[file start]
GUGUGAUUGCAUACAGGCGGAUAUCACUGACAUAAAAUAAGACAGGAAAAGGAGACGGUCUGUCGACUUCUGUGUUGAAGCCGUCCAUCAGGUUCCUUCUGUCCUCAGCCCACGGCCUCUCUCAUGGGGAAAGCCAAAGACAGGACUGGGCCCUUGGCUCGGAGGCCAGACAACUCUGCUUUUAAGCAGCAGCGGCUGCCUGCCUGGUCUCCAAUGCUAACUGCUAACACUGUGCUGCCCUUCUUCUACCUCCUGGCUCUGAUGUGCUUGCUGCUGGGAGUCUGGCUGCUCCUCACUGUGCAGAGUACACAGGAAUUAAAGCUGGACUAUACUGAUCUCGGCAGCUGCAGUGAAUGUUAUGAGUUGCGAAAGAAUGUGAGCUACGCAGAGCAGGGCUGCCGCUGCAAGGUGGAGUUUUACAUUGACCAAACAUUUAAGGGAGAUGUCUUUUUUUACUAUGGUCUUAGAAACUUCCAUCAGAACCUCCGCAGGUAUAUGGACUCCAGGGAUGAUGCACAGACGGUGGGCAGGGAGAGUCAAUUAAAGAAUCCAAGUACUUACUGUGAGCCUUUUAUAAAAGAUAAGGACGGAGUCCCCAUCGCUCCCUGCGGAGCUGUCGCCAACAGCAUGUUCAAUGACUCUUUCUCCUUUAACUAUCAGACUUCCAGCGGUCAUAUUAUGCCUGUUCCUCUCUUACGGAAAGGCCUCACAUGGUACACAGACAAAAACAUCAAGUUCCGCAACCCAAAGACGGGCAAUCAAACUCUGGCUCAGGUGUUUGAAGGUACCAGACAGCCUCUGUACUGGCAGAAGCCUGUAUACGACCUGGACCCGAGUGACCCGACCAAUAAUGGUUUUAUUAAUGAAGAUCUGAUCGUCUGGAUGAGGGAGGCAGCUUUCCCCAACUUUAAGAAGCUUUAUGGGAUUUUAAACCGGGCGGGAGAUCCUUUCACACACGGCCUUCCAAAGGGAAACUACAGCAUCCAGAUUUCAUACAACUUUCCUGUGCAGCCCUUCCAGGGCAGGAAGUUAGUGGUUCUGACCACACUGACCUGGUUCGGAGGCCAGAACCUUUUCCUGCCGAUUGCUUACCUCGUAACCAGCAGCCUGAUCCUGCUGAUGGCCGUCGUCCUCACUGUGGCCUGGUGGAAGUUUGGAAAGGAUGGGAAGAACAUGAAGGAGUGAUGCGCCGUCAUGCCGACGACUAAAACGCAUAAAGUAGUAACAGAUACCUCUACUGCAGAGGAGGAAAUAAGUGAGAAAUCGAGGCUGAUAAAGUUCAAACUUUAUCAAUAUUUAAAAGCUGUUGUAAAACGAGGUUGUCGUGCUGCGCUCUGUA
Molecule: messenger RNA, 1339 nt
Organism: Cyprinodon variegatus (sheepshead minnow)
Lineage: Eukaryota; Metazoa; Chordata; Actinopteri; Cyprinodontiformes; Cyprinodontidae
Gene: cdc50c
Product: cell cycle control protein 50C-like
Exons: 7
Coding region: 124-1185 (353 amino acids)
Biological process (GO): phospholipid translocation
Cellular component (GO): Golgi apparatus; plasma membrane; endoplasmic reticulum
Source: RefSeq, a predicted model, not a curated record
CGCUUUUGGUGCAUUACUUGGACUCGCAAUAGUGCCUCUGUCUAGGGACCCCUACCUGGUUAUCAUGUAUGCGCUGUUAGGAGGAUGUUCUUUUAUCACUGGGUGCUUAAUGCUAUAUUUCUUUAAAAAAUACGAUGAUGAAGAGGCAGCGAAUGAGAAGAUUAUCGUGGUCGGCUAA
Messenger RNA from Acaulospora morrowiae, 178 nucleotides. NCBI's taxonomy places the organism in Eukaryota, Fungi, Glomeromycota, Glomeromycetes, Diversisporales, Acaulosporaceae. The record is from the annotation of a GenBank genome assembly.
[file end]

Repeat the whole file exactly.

GUGUGAUUGCAUACAGGCGGAUAUCACUGACAUAAAAUAAGACAGGAAAAGGAGACGGUCUGUCGACUUCUGUGUUGAAGCCGUCCAUCAGGUUCCUUCUGUCCUCAGCCCACGGCCUCUCUCAUGGGGAAAGCCAAAGACAGGACUGGGCCCUUGGCUCGGAGGCCAGACAACUCUGCUUUUAAGCAGCAGCGGCUGCCUGCCUGGUCUCCAAUGCUAACUGCUAACACUGUGCUGCCCUUCUUCUACCUCCUGGCUCUGAUGUGCUUGCUGCUGGGAGUCUGGCUGCUCCUCACUGUGCAGAGUACACAGGAAUUAAAGCUGGACUAUACUGAUCUCGGCAGCUGCAGUGAAUGUUAUGAGUUGCGAAAGAAUGUGAGCUACGCAGAGCAGGGCUGCCGCUGCAAGGUGGAGUUUUACAUUGACCAAACAUUUAAGGGAGAUGUCUUUUUUUACUAUGGUCUUAGAAACUUCCAUCAGAACCUCCGCAGGUAUAUGGACUCCAGGGAUGAUGCACAGACGGUGGGCAGGGAGAGUCAAUUAAAGAAUCCAAGUACUUACUGUGAGCCUUUUAUAAAAGAUAAGGACGGAGUCCCCAUCGCUCCCUGCGGAGCUGUCGCCAACAGCAUGUUCAAUGACUCUUUCUCCUUUAACUAUCAGACUUCCAGCGGUCAUAUUAUGCCUGUUCCUCUCUUACGGAAAGGCCUCACAUGGUACACAGACAAAAACAUCAAGUUCCGCAACCCAAAGACGGGCAAUCAAACUCUGGCUCAGGUGUUUGAAGGUACCAGACAGCCUCUGUACUGGCAGAAGCCUGUAUACGACCUGGACCCGAGUGACCCGACCAAUAAUGGUUUUAUUAAUGAAGAUCUGAUCGUCUGGAUGAGGGAGGCAGCUUUCCCCAACUUUAAGAAGCUUUAUGGGAUUUUAAACCGGGCGGGAGAUCCUUUCACACACGGCCUUCCAAAGGGAAACUACAGCAUCCAGAUUUCAUACAACUUUCCUGUGCAGCCCUUCCAGGGCAGGAAGUUAGUGGUUCUGACCACACUGACCUGGUUCGGAGGCCAGAACCUUUUCCUGCCGAUUGCUUACCUCGUAACCAGCAGCCUGAUCCUGCUGAUGGCCGUCGUCCUCACUGUGGCCUGGUGGAAGUUUGGAAAGGAUGGGAAGAACAUGAAGGAGUGAUGCGCCGUCAUGCCGACGACUAAAACGCAUAAAGUAGUAACAGAUACCUCUACUGCAGAGGAGGAAAUAAGUGAGAAAUCGAGGCUGAUAAAGUUCAAACUUUAUCAAUAUUUAAAAGCUGUUGUAAAACGAGGUUGUCGUGCUGCGCUCUGUA
Molecule: messenger RNA, 1339 nt
Organism: Cyprinodon variegatus (sheepshead minnow)
Lineage: Eukaryota; Metazoa; Chordata; Actinopteri; Cyprinodontiformes; Cyprinodontidae
Gene: cdc50c
Product: cell cycle control protein 50C-like
Exons: 7
Coding region: 124-1185 (353 amino acids)
Biological process (GO): phospholipid translocation
Cellular component (GO): Golgi apparatus; plasma membrane; endoplasmic reticulum
Source: RefSeq, a predicted model, not a curated record
CGCUUUUGGUGCAUUACUUGGACUCGCAAUAGUGCCUCUGUCUAGGGACCCCUACCUGGUUAUCAUGUAUGCGCUGUUAGGAGGAUGUUCUUUUAUCACUGGGUGCUUAAUGCUAUAUUUCUUUAAAAAAUACGAUGAUGAAGAGGCAGCGAAUGAGAAGAUUAUCGUGGUCGGCUAA
Messenger RNA from Acaulospora morrowiae, 178 nucleotides. NCBI's taxonomy places the organism in Eukaryota, Fungi, Glomeromycota, Glomeromycetes, Diversisporales, Acaulosporaceae. The record is from the annotation of a GenBank genome assembly.